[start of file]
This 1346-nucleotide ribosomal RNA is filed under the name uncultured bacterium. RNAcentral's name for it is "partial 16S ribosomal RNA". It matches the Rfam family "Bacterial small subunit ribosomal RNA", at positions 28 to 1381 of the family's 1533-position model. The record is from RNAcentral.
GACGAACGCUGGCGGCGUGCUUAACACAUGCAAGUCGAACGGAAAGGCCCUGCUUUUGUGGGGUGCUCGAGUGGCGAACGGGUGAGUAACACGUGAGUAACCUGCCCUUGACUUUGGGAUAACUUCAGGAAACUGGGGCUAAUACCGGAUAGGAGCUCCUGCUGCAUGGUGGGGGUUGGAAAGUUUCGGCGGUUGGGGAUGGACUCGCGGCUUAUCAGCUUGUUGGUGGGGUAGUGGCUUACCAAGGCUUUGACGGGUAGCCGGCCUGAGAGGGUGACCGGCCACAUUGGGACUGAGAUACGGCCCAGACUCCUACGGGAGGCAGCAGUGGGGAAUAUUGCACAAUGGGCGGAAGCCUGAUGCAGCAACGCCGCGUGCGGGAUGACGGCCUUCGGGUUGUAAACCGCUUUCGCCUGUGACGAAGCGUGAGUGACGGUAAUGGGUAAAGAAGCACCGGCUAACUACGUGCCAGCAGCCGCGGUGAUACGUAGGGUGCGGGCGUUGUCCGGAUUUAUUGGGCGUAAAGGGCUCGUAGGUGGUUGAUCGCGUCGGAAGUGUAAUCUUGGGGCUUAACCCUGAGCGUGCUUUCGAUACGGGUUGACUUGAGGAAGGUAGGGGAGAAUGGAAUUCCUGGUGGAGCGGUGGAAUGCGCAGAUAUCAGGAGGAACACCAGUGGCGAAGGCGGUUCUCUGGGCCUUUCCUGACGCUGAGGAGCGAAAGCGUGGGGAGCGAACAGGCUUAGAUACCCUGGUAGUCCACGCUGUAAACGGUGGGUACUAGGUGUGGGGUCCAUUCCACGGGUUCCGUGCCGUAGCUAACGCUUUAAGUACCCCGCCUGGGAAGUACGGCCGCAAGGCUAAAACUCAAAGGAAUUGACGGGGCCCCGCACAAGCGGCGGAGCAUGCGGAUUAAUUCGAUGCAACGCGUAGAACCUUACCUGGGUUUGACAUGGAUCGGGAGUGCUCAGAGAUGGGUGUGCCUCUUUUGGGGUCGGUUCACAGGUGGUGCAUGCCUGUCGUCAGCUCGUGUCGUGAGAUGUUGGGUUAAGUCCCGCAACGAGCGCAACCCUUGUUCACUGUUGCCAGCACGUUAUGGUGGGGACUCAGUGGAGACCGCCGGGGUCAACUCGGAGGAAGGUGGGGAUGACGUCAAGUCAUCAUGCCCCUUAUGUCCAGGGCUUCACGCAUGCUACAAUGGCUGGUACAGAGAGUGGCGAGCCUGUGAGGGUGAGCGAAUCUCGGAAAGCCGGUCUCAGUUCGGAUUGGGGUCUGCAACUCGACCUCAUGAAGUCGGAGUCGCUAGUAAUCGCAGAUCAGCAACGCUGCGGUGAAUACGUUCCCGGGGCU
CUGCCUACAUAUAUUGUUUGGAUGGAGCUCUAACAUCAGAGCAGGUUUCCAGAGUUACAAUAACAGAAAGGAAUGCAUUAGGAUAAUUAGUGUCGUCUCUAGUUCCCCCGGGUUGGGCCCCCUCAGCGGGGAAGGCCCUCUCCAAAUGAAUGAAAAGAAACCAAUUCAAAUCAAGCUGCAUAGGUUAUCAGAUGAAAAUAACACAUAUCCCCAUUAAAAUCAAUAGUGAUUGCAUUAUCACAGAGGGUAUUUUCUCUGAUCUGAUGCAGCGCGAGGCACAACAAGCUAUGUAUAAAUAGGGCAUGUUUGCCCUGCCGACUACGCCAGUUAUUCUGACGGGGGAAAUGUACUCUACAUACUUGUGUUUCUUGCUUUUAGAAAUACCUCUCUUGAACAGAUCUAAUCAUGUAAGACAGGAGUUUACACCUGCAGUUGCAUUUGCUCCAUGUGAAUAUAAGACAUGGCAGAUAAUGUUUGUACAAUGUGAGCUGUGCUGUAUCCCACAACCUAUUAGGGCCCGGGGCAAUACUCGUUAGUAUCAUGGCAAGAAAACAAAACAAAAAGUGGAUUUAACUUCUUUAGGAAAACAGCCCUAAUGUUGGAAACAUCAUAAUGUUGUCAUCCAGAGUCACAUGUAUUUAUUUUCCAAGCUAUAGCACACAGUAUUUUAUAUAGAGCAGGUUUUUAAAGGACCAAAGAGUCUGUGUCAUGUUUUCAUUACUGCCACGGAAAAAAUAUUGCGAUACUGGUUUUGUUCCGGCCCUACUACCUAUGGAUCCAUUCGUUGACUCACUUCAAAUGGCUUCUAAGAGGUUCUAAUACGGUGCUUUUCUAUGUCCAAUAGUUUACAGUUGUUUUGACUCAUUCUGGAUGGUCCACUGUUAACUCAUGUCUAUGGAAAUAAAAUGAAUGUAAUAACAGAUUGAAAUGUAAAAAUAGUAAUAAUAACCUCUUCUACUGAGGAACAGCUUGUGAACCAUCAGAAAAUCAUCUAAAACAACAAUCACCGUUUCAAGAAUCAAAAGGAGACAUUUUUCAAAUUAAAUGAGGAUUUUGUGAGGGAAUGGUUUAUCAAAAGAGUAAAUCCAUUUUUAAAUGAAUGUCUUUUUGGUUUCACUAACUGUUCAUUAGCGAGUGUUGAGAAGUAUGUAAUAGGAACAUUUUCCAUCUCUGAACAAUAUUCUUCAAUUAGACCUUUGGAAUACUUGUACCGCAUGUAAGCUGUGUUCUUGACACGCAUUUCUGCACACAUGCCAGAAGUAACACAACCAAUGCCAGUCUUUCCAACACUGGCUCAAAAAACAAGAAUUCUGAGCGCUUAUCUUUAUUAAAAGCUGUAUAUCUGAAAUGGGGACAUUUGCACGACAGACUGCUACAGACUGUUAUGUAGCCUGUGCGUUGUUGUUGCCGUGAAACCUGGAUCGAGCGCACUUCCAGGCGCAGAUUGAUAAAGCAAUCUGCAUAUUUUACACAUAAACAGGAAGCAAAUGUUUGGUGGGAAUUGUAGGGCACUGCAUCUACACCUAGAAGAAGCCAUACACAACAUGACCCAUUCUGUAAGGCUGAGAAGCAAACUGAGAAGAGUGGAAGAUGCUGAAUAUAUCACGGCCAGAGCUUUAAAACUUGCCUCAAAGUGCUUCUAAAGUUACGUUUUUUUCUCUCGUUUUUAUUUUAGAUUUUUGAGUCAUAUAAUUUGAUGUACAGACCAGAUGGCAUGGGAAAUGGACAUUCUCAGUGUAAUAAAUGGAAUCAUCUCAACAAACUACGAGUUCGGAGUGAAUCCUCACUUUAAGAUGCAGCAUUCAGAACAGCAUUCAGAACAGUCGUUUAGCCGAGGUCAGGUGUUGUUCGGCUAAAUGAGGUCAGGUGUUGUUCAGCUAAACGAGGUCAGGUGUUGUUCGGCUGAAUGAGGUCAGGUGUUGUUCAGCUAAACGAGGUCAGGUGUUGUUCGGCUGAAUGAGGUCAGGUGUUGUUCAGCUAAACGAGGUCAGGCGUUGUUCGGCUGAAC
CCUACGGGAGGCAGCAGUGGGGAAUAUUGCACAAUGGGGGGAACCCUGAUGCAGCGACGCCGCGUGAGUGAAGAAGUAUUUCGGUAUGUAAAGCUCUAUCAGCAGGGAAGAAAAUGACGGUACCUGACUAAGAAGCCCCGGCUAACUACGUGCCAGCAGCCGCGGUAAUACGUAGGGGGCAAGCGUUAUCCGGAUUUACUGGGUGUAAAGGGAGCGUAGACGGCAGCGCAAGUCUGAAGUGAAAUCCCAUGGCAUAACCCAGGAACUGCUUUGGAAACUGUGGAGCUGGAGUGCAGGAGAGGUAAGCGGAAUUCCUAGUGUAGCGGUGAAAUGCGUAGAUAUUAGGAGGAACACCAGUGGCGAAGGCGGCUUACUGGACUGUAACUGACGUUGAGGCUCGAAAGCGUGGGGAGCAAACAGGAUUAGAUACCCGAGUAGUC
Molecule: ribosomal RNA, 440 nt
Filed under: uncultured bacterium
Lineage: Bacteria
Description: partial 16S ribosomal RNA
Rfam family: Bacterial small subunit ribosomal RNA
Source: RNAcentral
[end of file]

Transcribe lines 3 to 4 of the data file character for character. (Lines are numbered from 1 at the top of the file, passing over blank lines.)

CUGCCUACAUAUAUUGUUUGGAUGGAGCUCUAACAUCAGAGCAGGUUUCCAGAGUUACAAUAACAGAAAGGAAUGCAUUAGGAUAAUUAGUGUCGUCUCUAGUUCCCCCGGGUUGGGCCCCCUCAGCGGGGAAGGCCCUCUCCAAAUGAAUGAAAAGAAACCAAUUCAAAUCAAGCUGCAUAGGUUAUCAGAUGAAAAUAACACAUAUCCCCAUUAAAAUCAAUAGUGAUUGCAUUAUCACAGAGGGUAUUUUCUCUGAUCUGAUGCAGCGCGAGGCACAACAAGCUAUGUAUAAAUAGGGCAUGUUUGCCCUGCCGACUACGCCAGUUAUUCUGACGGGGGAAAUGUACUCUACAUACUUGUGUUUCUUGCUUUUAGAAAUACCUCUCUUGAACAGAUCUAAUCAUGUAAGACAGGAGUUUACACCUGCAGUUGCAUUUGCUCCAUGUGAAUAUAAGACAUGGCAGAUAAUGUUUGUACAAUGUGAGCUGUGCUGUAUCCCACAACCUAUUAGGGCCCGGGGCAAUACUCGUUAGUAUCAUGGCAAGAAAACAAAACAAAAAGUGGAUUUAACUUCUUUAGGAAAACAGCCCUAAUGUUGGAAACAUCAUAAUGUUGUCAUCCAGAGUCACAUGUAUUUAUUUUCCAAGCUAUAGCACACAGUAUUUUAUAUAGAGCAGGUUUUUAAAGGACCAAAGAGUCUGUGUCAUGUUUUCAUUACUGCCACGGAAAAAAUAUUGCGAUACUGGUUUUGUUCCGGCCCUACUACCUAUGGAUCCAUUCGUUGACUCACUUCAAAUGGCUUCUAAGAGGUUCUAAUACGGUGCUUUUCUAUGUCCAAUAGUUUACAGUUGUUUUGACUCAUUCUGGAUGGUCCACUGUUAACUCAUGUCUAUGGAAAUAAAAUGAAUGUAAUAACAGAUUGAAAUGUAAAAAUAGUAAUAAUAACCUCUUCUACUGAGGAACAGCUUGUGAACCAUCAGAAAAUCAUCUAAAACAACAAUCACCGUUUCAAGAAUCAAAAGGAGACAUUUUUCAAAUUAAAUGAGGAUUUUGUGAGGGAAUGGUUUAUCAAAAGAGUAAAUCCAUUUUUAAAUGAAUGUCUUUUUGGUUUCACUAACUGUUCAUUAGCGAGUGUUGAGAAGUAUGUAAUAGGAACAUUUUCCAUCUCUGAACAAUAUUCUUCAAUUAGACCUUUGGAAUACUUGUACCGCAUGUAAGCUGUGUUCUUGACACGCAUUUCUGCACACAUGCCAGAAGUAACACAACCAAUGCCAGUCUUUCCAACACUGGCUCAAAAAACAAGAAUUCUGAGCGCUUAUCUUUAUUAAAAGCUGUAUAUCUGAAAUGGGGACAUUUGCACGACAGACUGCUACAGACUGUUAUGUAGCCUGUGCGUUGUUGUUGCCGUGAAACCUGGAUCGAGCGCACUUCCAGGCGCAGAUUGAUAAAGCAAUCUGCAUAUUUUACACAUAAACAGGAAGCAAAUGUUUGGUGGGAAUUGUAGGGCACUGCAUCUACACCUAGAAGAAGCCAUACACAACAUGACCCAUUCUGUAAGGCUGAGAAGCAAACUGAGAAGAGUGGAAGAUGCUGAAUAUAUCACGGCCAGAGCUUUAAAACUUGCCUCAAAGUGCUUCUAAAGUUACGUUUUUUUCUCUCGUUUUUAUUUUAGAUUUUUGAGUCAUAUAAUUUGAUGUACAGACCAGAUGGCAUGGGAAAUGGACAUUCUCAGUGUAAUAAAUGGAAUCAUCUCAACAAACUACGAGUUCGGAGUGAAUCCUCACUUUAAGAUGCAGCAUUCAGAACAGCAUUCAGAACAGUCGUUUAGCCGAGGUCAGGUGUUGUUCGGCUAAAUGAGGUCAGGUGUUGUUCAGCUAAACGAGGUCAGGUGUUGUUCGGCUGAAUGAGGUCAGGUGUUGUUCAGCUAAACGAGGUCAGGUGUUGUUCGGCUGAAUGAGGUCAGGUGUUGUUCAGCUAAACGAGGUCAGGCGUUGUUCGGCUGAAC
CCUACGGGAGGCAGCAGUGGGGAAUAUUGCACAAUGGGGGGAACCCUGAUGCAGCGACGCCGCGUGAGUGAAGAAGUAUUUCGGUAUGUAAAGCUCUAUCAGCAGGGAAGAAAAUGACGGUACCUGACUAAGAAGCCCCGGCUAACUACGUGCCAGCAGCCGCGGUAAUACGUAGGGGGCAAGCGUUAUCCGGAUUUACUGGGUGUAAAGGGAGCGUAGACGGCAGCGCAAGUCUGAAGUGAAAUCCCAUGGCAUAACCCAGGAACUGCUUUGGAAACUGUGGAGCUGGAGUGCAGGAGAGGUAAGCGGAAUUCCUAGUGUAGCGGUGAAAUGCGUAGAUAUUAGGAGGAACACCAGUGGCGAAGGCGGCUUACUGGACUGUAACUGACGUUGAGGCUCGAAAGCGUGGGGAGCAAACAGGAUUAGAUACCCGAGUAGUC